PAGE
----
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Southeastern Missouri
Atnip Families Coming Together!

Old Barn


(Butler, Dade, Dunklin, Ripley, Oregon, Wayne Cos.)

Composed by Ann (Jobe) Brown

Southeastern Missouri was a meeting or converging point for many of our Atnip families. Several managed to find their way to Butler, Dade, Dunklin, Ripley, Oregon or Wayne Counties. They came from Pulaski Co., KY and Johnson Co., IL.

By 1830, the first descendants of Jacob Inabnit and Mary Parkerson of Pulaski Co., KY arrived in Missouri. This was Susannah (Atnip) and her husband, Lindley Couch, who first appeared on the 1840 Ripley Co., MO census and later in Dade Co., MO. Though Susannah and Lindley went to Dade Co., MO, most of their children remained in Ripley Co., MO. They lived in the area which became Oregon Co., MO and were very instrumental in the formation of this county. Oregon Co., MO was created in February 1845 and at this time had a population of only 692 residents. Soon after, the population grew very rapidly and by 1850 had 1432 residents and by 1860 had 3009 residents. This growth in population contiued over the next few years until 1890 when the county's population had grown to 10,467.

Between 1848 and 1861, many of the descendants of Joseph Inaebnit and Barbary Parkerson found their way from Johnson Co., IL. The first to arrive in Wayne Co., MO was Jacob Atnip who had married Rachel Reasonover about 1826 in TN and in the 1840's lived in Johnson Co., IL. The land records of Wayne Co., MO show that on April 15, 1857, Jacob Atnip was granted 120 acres of land and in Jan 1859 he sold 195.4 acres. Jacob was soon followed by his brother, William R. Atnip who took quite a tour getting there. From the 1860 Wayne Co., MO census, we know that between 1835 and 1860, William had traveled through Alabama, Tennessee, Kentucky, back to Tennessee, Illinois and finally to Missouri. The land records of Wayne Co., MO show that William R. Atnip bought 40 acres in Wayne Co., MO Twp. 30N Range 5-E.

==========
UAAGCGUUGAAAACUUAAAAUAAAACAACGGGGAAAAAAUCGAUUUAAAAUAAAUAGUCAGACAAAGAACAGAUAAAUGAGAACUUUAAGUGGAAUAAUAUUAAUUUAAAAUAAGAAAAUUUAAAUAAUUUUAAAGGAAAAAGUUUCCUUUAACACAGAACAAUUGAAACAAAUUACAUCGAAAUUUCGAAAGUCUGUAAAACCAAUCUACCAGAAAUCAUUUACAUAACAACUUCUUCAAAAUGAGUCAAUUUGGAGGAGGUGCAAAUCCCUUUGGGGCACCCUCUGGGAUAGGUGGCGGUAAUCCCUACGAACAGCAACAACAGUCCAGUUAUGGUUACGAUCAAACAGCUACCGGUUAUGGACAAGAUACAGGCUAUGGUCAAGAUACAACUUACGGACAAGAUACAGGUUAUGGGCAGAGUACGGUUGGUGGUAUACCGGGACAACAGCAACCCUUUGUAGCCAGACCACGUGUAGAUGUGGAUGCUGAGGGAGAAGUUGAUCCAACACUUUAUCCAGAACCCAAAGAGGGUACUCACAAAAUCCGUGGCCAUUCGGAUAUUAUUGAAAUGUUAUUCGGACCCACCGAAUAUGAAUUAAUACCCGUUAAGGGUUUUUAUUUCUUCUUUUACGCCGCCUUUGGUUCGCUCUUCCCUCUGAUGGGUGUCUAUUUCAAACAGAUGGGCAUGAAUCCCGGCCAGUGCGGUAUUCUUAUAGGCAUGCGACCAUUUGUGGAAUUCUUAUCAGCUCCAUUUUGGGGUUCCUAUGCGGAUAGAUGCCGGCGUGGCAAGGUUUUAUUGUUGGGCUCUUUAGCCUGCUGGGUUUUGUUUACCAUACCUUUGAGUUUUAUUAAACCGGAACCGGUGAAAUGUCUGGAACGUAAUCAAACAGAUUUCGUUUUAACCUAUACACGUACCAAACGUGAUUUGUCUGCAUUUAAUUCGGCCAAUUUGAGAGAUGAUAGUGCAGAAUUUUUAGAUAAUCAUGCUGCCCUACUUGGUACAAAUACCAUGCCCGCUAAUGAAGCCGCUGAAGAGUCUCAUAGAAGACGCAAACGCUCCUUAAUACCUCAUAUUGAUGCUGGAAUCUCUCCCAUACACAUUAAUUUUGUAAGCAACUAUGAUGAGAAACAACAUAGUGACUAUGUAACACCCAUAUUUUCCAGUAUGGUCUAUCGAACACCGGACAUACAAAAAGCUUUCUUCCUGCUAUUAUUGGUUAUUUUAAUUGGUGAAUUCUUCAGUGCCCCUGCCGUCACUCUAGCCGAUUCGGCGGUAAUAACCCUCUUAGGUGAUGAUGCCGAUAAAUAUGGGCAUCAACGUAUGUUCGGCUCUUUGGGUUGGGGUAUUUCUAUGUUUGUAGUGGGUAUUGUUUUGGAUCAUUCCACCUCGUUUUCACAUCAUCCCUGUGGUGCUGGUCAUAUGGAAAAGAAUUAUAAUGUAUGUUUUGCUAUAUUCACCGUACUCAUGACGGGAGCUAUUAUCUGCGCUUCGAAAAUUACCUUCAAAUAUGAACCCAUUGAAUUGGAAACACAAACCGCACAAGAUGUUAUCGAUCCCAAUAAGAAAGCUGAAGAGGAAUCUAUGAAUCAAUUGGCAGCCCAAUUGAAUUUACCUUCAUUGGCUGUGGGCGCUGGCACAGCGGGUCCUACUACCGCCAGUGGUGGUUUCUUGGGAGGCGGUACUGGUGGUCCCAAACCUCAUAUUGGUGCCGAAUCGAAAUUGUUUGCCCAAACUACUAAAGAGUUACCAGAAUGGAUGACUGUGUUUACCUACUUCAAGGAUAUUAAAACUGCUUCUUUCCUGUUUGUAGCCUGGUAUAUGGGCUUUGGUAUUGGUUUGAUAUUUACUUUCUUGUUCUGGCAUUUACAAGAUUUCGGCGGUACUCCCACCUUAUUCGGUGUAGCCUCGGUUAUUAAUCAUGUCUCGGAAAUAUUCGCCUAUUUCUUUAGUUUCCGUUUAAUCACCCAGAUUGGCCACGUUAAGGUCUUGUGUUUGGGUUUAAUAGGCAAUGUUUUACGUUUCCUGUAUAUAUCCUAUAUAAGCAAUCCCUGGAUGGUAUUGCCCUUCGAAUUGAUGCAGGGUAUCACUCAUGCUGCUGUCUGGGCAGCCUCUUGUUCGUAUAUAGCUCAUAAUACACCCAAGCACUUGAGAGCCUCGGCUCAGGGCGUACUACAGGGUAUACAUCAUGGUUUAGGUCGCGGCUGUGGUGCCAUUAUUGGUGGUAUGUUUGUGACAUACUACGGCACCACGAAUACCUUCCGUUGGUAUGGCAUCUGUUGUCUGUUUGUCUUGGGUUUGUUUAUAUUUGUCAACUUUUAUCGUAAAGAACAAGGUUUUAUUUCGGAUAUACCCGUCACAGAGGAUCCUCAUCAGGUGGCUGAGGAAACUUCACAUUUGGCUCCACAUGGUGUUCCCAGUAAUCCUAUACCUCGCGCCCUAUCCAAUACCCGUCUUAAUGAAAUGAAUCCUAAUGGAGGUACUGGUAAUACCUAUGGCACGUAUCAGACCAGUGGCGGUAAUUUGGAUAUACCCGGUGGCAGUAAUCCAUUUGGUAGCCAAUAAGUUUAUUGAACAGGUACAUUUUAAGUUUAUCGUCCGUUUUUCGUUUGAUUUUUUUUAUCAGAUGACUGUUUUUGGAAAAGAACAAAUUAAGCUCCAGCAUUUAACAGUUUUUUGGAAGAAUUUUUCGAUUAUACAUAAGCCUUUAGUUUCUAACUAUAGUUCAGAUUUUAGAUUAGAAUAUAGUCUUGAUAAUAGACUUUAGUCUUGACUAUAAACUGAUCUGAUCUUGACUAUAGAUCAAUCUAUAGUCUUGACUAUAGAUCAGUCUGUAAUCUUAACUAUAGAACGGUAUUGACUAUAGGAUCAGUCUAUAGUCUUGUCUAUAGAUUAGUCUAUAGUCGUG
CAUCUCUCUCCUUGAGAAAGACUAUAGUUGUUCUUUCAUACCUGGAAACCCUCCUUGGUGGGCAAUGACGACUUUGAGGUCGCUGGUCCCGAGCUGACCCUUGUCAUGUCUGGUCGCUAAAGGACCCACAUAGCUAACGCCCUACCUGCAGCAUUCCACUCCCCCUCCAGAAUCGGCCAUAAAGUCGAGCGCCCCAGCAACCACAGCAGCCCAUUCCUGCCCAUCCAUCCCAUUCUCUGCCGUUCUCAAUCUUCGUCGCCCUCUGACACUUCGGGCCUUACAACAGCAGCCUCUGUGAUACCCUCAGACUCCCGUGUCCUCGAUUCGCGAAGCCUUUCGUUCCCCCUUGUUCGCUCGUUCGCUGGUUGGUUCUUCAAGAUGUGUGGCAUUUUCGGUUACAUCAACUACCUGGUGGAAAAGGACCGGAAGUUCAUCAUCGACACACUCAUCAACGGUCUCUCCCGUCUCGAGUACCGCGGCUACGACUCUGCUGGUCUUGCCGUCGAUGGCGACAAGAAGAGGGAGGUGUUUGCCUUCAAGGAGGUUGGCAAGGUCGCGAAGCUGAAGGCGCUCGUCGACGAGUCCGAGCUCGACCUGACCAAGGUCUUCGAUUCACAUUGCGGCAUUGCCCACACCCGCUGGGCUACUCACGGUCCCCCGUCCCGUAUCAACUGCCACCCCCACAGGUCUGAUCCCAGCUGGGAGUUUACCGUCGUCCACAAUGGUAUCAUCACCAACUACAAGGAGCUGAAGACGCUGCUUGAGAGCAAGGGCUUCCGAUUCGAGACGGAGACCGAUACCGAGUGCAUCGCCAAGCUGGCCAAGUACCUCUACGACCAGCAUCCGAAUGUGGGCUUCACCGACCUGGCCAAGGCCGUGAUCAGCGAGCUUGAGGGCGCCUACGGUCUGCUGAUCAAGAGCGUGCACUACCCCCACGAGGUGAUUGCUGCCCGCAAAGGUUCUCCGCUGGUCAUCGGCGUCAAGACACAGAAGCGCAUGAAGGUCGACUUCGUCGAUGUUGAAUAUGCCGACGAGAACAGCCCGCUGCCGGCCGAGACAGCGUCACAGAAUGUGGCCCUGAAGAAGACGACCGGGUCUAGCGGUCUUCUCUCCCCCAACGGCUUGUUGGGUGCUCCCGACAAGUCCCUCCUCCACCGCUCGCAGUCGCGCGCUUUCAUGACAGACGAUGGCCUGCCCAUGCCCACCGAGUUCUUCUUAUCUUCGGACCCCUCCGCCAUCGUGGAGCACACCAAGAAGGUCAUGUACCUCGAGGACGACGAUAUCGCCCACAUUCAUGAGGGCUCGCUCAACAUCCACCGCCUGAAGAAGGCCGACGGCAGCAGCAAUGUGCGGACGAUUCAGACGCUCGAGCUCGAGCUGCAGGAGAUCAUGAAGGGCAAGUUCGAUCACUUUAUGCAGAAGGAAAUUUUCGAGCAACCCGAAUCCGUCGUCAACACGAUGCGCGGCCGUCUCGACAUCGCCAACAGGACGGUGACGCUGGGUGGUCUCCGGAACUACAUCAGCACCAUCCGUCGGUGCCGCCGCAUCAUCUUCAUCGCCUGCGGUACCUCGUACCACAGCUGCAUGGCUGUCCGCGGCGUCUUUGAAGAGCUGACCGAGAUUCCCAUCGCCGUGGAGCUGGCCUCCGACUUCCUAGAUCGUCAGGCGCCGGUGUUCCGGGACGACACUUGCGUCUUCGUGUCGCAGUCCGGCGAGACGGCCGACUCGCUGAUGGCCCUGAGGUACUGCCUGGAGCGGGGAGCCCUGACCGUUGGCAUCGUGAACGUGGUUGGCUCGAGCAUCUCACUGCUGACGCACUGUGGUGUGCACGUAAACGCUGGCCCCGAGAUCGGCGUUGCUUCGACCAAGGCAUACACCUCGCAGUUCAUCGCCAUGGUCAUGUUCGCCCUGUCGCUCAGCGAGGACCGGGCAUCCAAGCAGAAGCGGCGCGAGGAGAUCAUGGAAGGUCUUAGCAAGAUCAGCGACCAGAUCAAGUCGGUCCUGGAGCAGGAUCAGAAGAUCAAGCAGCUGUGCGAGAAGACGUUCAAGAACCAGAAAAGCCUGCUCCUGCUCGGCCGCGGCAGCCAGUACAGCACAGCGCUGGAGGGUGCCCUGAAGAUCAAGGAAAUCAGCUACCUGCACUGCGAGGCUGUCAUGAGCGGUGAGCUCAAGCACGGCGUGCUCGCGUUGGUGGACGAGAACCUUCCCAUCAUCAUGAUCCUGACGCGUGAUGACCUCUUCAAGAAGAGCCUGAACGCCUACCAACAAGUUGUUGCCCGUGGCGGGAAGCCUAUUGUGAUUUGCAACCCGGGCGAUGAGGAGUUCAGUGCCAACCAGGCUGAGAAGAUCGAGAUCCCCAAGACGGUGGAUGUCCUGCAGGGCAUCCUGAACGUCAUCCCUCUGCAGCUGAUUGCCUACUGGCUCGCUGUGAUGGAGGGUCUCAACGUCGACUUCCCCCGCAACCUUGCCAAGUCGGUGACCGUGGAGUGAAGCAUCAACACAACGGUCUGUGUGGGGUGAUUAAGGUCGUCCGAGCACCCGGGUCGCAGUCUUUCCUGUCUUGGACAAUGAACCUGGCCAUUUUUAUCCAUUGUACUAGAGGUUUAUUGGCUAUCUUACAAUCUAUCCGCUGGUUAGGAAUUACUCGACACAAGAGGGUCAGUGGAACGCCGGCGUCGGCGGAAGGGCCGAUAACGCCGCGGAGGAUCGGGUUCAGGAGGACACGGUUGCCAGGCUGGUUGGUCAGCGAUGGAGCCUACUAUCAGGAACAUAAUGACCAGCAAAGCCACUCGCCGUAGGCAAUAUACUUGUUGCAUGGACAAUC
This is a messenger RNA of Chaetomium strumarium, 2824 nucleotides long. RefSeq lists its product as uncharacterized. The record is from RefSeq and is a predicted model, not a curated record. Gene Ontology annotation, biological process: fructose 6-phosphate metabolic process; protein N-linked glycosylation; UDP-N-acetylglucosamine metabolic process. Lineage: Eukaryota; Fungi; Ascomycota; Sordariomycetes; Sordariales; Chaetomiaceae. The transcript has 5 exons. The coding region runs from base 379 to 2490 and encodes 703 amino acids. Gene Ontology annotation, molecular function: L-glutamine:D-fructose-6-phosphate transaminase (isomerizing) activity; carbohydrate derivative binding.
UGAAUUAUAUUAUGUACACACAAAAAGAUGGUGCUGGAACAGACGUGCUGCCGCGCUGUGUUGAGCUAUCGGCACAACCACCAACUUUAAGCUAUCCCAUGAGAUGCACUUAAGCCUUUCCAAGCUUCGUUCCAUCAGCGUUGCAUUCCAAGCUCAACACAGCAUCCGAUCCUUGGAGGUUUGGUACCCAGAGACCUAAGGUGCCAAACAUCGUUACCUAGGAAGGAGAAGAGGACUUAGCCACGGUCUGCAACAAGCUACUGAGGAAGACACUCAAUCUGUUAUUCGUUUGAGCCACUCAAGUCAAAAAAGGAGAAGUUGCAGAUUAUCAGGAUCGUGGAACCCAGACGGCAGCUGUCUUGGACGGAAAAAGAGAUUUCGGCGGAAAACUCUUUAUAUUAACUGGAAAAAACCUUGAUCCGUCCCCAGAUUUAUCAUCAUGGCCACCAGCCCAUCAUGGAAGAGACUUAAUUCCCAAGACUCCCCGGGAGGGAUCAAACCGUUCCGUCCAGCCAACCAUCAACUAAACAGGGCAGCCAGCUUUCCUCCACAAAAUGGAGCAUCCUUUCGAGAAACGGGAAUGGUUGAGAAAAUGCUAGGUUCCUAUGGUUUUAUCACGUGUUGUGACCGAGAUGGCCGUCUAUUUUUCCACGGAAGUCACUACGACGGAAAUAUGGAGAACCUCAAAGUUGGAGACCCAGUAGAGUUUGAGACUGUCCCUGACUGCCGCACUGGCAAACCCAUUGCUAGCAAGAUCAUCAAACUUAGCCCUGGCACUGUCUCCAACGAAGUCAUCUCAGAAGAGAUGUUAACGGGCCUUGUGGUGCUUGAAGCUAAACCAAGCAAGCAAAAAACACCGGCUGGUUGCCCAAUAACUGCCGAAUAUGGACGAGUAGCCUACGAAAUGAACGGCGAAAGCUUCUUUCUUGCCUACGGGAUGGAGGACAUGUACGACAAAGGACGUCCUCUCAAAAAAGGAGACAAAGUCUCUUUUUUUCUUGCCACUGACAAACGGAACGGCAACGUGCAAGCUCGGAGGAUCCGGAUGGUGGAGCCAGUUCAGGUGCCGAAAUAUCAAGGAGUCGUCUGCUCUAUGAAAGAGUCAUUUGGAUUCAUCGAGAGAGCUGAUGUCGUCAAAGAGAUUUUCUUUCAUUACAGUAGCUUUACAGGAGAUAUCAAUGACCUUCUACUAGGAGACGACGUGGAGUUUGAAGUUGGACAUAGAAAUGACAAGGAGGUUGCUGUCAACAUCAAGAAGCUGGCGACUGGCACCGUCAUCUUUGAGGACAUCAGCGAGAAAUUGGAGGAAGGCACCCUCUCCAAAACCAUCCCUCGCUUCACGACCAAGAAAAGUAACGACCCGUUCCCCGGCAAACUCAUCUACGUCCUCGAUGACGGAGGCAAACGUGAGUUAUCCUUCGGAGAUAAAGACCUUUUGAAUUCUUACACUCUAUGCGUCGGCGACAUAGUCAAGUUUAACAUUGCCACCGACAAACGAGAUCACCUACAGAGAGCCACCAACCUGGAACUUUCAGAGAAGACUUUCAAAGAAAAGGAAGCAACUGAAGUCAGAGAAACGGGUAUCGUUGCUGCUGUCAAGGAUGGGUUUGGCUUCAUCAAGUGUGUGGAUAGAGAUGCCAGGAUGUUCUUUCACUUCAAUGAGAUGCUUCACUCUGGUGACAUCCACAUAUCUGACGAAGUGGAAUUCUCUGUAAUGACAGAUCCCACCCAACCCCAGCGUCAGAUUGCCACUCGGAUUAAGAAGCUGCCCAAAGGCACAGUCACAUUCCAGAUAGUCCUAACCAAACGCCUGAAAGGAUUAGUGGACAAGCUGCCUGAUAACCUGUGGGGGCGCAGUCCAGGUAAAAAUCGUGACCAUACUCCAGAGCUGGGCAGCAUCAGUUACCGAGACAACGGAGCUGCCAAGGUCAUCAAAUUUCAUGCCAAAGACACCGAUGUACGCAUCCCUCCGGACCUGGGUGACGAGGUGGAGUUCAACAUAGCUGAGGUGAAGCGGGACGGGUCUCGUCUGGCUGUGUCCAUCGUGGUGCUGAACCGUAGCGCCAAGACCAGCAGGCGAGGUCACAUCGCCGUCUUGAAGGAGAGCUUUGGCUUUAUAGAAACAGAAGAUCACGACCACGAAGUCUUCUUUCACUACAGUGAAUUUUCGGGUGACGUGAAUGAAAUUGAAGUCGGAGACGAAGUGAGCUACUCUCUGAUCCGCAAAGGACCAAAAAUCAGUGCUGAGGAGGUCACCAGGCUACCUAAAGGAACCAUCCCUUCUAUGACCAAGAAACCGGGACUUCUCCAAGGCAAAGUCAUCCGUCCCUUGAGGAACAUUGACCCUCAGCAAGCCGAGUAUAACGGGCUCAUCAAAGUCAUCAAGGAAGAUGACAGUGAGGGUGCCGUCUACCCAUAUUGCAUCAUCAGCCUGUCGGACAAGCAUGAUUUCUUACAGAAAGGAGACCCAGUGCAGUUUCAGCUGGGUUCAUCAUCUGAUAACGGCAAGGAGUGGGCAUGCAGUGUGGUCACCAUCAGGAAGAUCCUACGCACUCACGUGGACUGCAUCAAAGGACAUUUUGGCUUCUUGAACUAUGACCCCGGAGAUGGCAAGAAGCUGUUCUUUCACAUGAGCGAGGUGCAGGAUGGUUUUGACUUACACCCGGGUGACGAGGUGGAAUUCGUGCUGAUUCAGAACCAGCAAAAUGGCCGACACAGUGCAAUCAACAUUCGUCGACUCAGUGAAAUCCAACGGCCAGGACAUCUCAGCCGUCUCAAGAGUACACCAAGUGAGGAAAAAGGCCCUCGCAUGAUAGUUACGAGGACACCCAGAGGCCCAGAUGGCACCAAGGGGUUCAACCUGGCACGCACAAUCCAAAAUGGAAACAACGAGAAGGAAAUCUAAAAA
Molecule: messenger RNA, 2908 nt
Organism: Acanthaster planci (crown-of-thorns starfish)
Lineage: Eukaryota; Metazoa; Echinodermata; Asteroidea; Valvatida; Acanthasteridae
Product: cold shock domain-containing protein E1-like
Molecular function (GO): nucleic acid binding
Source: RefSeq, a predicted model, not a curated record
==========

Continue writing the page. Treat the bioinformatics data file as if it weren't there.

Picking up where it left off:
One really wonders how our families managed to move about so much in this time frame and yet manage to settle so close to their cousins. About the time of the Civil War, many descendants of another brother, John Atnip, joined the Atnip families that had already settled in this area. These descendants included Stephen Atnip who went to Dunklin and Butler Cos. Other siblings included Hiltbrand Atnip, Mary (Atnip) Rieger and Elizabeth (Atnip) Epley who settled near their uncle Jacob Atnip in St. Francis Twp. in Wayne Co., MO. The Atnip families lived near the towns of Silva, Bounds and Patterson. There is even an Atnip Cemetery located at Patterson. Other closely-related families of this area include the Whites, Twidwells, and Meadors.

During the civil war years, where our Atnips lived in Southeastern Missouri, many families suffered greatly. Both the courthouses in Ripley and Oregon Counties burned. Missouri remained loyal to the government and voted at a state convention in March 1861 against secession. However, the residents of the southern counties of Oregon and Ripley remained sympathetic to the Southern cause. As a result, Union forces were constantly being sent to the area. Also, this area of Missouri was rampant with bushwhackers, guerrilla activities, and lawlessness. These pioneer women had to be strong and very brave. If their men weren't killed in the war, they were brutally attacked on their way home or while trying to tend to their farms. Women were known for hiding their families in underground shelters and having to protect their small children with axes or whatever was available to defend themselves. Very few crops were grown during the civil war period. Also, many prosperous families lost everything during this terrible war. The Couch family was no exception. Even though Ripley and Oregon Counties are amongst the poorest counties in Missouri in terms of dollars, they are both very rich in heritage.